There’s always a kind of conversation taking place in a grocery store, a conversation engaging all the senses–Dungeness crab clacking claws onto a silver scale as the fishmonger weighs in on how to serve the thing (simply cracked, drawn through butter is best). Push your cart through the dairy department over to the deli where crispy fried chicken crackles out of the fryer. You can smell fried chicken all the way out to the parking lot. The sensual conversation continues with apples and kale and carrots and lemon. Sleepy Time tea perfumes the air, fresh ground coffee civilizes the senses. There’s another wonder: an entire aisle dedicated to ice cream. All of it white noise now.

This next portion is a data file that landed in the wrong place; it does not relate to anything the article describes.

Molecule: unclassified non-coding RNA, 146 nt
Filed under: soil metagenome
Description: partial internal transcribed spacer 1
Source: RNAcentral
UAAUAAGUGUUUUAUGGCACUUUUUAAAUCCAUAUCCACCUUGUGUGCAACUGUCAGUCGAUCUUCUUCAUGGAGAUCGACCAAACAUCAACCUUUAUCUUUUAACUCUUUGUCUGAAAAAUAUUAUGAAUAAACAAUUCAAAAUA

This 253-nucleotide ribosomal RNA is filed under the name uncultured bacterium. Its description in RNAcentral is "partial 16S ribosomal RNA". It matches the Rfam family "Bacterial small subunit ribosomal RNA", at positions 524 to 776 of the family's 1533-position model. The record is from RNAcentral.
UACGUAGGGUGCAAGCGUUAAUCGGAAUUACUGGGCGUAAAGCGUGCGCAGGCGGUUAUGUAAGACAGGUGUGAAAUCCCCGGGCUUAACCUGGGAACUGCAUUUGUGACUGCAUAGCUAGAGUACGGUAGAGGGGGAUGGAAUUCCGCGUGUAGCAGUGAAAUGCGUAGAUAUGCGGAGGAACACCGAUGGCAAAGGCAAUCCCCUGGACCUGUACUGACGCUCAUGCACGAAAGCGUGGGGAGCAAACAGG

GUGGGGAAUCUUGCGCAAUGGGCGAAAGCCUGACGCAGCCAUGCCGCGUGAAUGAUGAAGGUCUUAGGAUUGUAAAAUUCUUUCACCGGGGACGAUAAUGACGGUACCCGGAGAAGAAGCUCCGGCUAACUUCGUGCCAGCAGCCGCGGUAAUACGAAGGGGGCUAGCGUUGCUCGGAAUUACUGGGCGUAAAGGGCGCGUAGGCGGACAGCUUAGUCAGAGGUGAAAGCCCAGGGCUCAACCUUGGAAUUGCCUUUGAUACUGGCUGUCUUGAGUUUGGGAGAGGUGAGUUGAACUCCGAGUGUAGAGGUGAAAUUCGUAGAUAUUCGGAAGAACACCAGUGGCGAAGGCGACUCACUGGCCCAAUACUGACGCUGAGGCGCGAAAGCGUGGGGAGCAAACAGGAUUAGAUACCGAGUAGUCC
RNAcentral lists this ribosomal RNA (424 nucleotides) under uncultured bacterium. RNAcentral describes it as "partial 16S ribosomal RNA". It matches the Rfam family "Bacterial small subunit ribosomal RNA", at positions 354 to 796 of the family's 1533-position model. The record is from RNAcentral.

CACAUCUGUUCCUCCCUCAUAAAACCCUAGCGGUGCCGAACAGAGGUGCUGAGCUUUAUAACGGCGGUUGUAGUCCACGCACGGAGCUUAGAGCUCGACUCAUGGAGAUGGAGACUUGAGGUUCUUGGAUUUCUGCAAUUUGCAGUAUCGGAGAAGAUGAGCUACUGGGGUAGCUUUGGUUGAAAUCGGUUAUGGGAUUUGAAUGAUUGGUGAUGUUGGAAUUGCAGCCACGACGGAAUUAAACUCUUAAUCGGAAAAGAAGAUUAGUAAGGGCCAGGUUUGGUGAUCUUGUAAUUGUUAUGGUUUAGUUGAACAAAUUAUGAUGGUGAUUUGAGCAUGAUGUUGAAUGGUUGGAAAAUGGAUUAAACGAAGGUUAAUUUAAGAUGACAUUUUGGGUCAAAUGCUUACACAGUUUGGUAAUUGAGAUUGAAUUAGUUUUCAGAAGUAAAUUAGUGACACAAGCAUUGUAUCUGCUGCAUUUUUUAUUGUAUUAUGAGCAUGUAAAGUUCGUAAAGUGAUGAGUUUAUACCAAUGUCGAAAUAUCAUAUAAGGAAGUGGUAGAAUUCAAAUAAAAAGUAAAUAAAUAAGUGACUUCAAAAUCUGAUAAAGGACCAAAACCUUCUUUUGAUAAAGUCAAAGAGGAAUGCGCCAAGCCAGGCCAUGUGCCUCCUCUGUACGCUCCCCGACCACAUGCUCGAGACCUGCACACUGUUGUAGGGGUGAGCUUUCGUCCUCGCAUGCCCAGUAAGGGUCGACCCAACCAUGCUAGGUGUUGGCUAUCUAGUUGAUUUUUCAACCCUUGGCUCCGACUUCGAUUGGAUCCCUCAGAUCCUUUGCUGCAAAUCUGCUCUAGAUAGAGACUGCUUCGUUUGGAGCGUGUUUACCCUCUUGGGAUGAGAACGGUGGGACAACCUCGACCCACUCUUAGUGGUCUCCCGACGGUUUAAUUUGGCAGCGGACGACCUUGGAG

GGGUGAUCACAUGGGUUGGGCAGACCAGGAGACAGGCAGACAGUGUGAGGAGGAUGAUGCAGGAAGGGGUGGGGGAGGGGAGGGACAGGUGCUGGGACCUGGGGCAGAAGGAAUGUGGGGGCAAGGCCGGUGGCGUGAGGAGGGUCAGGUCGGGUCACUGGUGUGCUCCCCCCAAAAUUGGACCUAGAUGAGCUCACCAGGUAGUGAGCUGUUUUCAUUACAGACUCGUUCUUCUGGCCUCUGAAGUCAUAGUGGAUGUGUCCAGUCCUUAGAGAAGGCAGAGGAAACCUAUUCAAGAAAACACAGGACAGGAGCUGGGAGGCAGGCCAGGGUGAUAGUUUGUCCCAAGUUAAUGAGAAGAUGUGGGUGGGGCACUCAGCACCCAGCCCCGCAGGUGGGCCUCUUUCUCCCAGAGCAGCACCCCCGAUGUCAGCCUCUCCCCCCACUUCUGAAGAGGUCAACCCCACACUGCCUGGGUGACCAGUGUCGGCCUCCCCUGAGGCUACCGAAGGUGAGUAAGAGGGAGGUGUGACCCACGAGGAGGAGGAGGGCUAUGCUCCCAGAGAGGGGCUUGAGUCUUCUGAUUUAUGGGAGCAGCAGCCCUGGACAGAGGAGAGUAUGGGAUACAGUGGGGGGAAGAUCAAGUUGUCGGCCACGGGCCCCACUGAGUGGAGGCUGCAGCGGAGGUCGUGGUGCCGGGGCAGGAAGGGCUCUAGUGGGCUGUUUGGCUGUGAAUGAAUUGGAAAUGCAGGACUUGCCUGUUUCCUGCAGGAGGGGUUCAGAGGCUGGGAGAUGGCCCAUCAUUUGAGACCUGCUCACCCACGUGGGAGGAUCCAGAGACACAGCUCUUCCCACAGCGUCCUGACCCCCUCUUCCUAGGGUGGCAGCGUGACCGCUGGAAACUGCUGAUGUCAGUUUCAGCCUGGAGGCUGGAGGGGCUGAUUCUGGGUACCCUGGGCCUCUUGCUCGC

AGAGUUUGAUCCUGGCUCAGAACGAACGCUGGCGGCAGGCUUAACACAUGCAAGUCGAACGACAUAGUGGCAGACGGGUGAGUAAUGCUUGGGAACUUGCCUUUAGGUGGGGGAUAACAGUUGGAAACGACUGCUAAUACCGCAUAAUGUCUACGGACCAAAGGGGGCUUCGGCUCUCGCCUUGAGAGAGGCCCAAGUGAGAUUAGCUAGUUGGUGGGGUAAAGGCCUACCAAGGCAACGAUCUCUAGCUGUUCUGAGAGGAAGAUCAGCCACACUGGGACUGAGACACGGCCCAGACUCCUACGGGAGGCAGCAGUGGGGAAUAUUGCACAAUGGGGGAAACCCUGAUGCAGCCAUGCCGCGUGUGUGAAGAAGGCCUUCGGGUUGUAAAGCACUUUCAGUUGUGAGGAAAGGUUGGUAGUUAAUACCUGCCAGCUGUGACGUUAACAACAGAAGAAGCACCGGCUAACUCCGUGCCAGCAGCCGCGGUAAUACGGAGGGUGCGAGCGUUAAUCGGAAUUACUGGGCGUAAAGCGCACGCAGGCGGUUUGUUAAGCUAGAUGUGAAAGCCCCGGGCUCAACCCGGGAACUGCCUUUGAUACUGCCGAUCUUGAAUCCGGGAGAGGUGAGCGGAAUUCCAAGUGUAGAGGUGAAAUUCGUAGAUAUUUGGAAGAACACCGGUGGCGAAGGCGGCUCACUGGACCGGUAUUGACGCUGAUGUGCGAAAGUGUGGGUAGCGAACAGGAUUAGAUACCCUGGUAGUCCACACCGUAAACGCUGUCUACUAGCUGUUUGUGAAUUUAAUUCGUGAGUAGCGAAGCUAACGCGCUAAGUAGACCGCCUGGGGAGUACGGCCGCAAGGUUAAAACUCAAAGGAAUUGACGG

I am in the candy aisle now, forced to take in the full effect of the person talking to me. I see a soul housed in a bald, thin, leather coat once-black-now-pebbled-charcoal, her breath forcing me back a couple of yards. A wild, familiar look haunts a green, accusing eye, too rough hands–these things take me back, right back to childhood.

And they tell me who I really am without all the trappings.

Sometimes I don’t like knowing who I am.

This mentally disordered person blames everyone else for her misfortune, something I, too, have been guilty of. But hey, I came by the justification method honestly, I learnt it from my mentally ill father.

  • “If they hadn’t been ___, I wouldn’t be ___,”  
  • “Those goll-darned___!”

Let’s all be the fast talker, fill in our own blanks. It could be anything. I’ve already filled in my own blaming blanks, too many times.